What Minnesota’s Medical Marijuana Laws are Changing?
May was a merry, merry month for Minnesota’s card-carrying medical cannabis patients aged 21 and older, as the approval of smokable flower passed into law as part of a larger health bill. Although the Minnesota medical cannabis law change will most likely not go into effect for seven months, it is welcomed as an option that is more affordable and accessible. This new Minnesota cannabis law could potentially boost the state’s program, which is heavily regulated and currently only includes two operators. Other states that have recently allowed smokable cannabis flower like Minnesota for medical patients include Louisiana, to be effective January 1, 2022, and Virginia by the end of 2021. This type of consumption often continues to be banned by states newly legalizing medical cannabis, however. As an example, Alabama’s recent pass into law does not permit “cannabis products that are smoked or vaped, baked goods or candies”.
Curbside Cannabis Pickup
Additionally, the new Minnesota medical cannabis law allows patients to obtain prescribed medical cannabis through curbside pickup instead of mandatory building entry, as well as increases the number of patients a single caregiver may serve, from a single person up to six. Another change, which has become popular among U.S. lawmakers, is the ability of the State Commissioner to remove existing qualifying conditions from the designated list if they receive a petition to do so. Although efforts were made in May by the Minnesota House of Representatives to further stand-alone legislation which legalized adult-use marijuana and would regulate retail sales, the Senate did not consider it and the bill did not advance.
Any updates to the past restrictive laws are apparently welcomed by residents of Minnesota. “Over the course of 12 public hearings this year and a statewide tour visiting 15 communities, Minnesotans were loud and clear that our state’s medical cannabis program was too expensive, and that allowing flower could significantly improve access,” House Majority Leader Ryan Winkler (D) said in a press release. “As a result of Minnesotans who made their voices heard over the course of years—whether you are a veteran suffering from PTSD, a person with a serious health condition or a parent with a sick child—more people will gain the ability to live healthy, fulfilled lives,” he said.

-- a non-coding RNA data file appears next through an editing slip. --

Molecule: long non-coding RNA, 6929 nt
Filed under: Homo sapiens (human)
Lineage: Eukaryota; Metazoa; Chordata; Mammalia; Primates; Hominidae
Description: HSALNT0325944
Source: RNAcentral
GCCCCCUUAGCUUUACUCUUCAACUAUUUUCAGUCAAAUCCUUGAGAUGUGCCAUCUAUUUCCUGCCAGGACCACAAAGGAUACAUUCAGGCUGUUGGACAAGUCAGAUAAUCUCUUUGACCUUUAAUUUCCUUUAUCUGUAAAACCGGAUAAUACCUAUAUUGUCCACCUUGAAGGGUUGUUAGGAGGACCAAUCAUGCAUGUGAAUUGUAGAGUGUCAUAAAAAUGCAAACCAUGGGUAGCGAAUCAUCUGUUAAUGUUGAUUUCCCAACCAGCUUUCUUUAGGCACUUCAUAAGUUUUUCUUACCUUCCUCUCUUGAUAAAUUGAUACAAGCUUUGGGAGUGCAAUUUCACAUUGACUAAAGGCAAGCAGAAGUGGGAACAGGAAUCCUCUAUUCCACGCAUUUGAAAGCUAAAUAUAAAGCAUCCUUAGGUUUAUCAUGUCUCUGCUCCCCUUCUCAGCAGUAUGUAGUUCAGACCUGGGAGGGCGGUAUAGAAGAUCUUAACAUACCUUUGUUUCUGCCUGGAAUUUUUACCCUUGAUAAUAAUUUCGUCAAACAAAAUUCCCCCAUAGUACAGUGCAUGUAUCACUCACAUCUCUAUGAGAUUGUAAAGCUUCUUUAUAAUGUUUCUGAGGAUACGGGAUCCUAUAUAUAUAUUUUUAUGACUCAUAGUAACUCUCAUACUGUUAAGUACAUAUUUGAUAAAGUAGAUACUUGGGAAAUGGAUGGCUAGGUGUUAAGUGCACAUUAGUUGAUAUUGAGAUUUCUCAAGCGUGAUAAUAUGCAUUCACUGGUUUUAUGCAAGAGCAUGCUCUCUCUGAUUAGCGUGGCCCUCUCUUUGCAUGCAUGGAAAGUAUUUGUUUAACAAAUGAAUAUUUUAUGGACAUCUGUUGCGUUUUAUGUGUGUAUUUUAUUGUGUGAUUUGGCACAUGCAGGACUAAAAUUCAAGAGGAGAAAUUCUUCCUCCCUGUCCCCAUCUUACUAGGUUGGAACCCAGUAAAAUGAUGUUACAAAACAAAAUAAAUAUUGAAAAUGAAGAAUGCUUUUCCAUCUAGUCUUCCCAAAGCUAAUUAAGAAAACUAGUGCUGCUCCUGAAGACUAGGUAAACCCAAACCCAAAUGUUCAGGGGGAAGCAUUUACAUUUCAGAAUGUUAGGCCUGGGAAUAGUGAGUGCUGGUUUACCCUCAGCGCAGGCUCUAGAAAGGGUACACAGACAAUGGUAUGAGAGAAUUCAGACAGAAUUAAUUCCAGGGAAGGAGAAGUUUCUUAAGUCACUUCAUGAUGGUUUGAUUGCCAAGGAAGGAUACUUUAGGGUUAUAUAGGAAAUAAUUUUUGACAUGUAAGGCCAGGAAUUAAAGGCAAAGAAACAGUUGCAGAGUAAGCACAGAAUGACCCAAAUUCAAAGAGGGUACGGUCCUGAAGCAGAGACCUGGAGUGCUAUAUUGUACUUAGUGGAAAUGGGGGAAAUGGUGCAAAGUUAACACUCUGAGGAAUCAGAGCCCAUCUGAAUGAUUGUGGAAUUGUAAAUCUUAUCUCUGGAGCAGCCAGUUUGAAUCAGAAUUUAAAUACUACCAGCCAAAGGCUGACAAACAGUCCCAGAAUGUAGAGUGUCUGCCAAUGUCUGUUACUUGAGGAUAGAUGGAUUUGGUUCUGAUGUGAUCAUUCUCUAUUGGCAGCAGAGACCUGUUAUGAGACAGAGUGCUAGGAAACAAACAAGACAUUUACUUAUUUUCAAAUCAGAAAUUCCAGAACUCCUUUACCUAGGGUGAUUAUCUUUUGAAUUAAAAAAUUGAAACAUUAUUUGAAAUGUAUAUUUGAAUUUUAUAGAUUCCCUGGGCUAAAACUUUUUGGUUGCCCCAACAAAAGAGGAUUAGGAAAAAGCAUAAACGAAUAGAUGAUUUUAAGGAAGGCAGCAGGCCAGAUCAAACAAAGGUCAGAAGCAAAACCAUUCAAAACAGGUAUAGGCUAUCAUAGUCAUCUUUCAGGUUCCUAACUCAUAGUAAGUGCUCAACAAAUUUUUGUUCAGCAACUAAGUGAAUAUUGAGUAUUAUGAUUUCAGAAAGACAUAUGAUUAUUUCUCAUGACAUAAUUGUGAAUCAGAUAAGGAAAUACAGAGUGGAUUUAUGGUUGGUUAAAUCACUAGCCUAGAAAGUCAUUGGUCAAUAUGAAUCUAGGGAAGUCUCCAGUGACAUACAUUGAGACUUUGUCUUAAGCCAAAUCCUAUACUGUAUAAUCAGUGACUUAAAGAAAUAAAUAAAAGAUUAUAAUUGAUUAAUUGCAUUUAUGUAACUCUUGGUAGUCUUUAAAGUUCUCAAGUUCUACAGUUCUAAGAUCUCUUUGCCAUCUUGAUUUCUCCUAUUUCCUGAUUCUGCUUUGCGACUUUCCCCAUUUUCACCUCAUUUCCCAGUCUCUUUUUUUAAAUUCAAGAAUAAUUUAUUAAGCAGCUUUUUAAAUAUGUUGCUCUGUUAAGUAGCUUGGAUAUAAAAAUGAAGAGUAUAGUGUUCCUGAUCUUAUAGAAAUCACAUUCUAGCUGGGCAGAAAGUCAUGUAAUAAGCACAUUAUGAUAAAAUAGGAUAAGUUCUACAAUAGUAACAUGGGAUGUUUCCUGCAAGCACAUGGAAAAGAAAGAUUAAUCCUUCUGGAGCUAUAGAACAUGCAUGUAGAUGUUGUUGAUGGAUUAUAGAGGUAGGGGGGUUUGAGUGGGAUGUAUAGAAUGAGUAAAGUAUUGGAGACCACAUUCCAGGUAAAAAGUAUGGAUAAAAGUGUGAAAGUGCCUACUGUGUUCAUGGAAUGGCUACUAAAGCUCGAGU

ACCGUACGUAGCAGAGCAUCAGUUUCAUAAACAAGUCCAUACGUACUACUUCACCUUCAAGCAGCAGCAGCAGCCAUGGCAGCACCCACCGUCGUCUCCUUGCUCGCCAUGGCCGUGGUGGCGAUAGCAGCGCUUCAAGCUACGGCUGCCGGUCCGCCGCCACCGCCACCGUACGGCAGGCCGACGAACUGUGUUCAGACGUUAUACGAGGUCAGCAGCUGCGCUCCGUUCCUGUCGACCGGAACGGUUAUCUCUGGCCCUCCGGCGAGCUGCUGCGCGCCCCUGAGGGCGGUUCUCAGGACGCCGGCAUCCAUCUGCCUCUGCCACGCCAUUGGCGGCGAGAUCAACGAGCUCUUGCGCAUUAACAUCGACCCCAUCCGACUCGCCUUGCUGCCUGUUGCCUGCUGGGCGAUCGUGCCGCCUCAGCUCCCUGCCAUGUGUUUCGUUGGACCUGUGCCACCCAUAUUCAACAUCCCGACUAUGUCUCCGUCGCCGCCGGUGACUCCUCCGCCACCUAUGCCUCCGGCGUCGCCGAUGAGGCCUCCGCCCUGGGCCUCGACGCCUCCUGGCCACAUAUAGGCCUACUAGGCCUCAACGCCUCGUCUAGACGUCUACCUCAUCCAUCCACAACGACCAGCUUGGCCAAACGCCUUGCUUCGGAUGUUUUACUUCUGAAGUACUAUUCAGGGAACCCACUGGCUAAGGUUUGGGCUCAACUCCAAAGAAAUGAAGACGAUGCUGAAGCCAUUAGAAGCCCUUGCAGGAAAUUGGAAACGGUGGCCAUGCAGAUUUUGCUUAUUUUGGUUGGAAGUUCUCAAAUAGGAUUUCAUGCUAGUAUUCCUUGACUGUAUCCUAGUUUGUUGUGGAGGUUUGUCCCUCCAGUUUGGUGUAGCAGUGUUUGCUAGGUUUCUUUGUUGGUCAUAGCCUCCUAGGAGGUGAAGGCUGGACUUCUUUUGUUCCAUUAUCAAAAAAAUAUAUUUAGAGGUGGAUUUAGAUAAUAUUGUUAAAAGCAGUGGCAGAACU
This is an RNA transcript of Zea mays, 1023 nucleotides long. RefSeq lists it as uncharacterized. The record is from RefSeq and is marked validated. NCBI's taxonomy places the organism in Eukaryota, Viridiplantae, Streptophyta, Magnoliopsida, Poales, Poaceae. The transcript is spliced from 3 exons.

Minnesota’s Medical Cannabis Program allows registered patients to purchase a supply of up to 90-days’ worth of medicinal dried raw cannabis after March 2022. In order to qualify for the state program, one must be a resident of the state of Minnesota and be certified by a qualifying doctor with one of the conditions below:
- Cancer associated with severe/chronic pain, nausea or severe vomiting or cachexia or severe wasting
- Tourette syndrome
- Amyotrophic lateral sclerosis (ALS)
- Seizures, including those characteristic of epilepsy
- Severe and persistent muscle spasms, including those characteristic of multiple sclerosis
- Inflammatory bowel disease, including Crohn’s disease
- Terminal illness, with a probable life expectancy of less than one year*
- Intractable pain
- Post-traumatic stress disorder
- Autism spectrum disorder (must meet DSM-5)
- Obstructive sleep apnea
- Alzheimer’s disease
- Chronic pain
- Sickle cell disease
- Chronic motor or vocal tic disorder
Per MJBizFactbook, the Gopher State has projected sales of medical cannabis in 2021 of $60-$70 million. The program has over 34,000 registered patients and 13 dispensaries, which will soon enough be able to provide legal Minnesota cannabis flower to all medical patients across the state.
Recently, Minnesota’s Office of Medical Cannabis publicly announced consideration of adding a new delivery method and a new qualifying medical condition to Minnesota medical cannabis law. Public comments may be submitted in writing by October 1, 2021 on:
- Sensible Minnesota’s petition to add GI-uptake infused edibles (i.e., edibles that are not dissolved orally, such as chewable products), and
- Adding anxiety disorder and/or specific sub-conditions — generalized anxiety disorder, social anxiety/ social phobia, panic disorder, specific phobias, separation anxiety and agoraphobia. The Office of Medical Cannabis seeks to limit the condition to individuals who are 25 or older.
Email [email protected] to support the new delivery method, and [email protected] to support the new qualifying medical condition and comment on the proposed limitation to those 25 or older.
The legalization of smokable cannabis flower has proved to be a successful strategy in many states to increase medical program participation and boost sales that benefit the overall populace of a state. With the vast range of levels of legalization, having one source for information and connections is essential.
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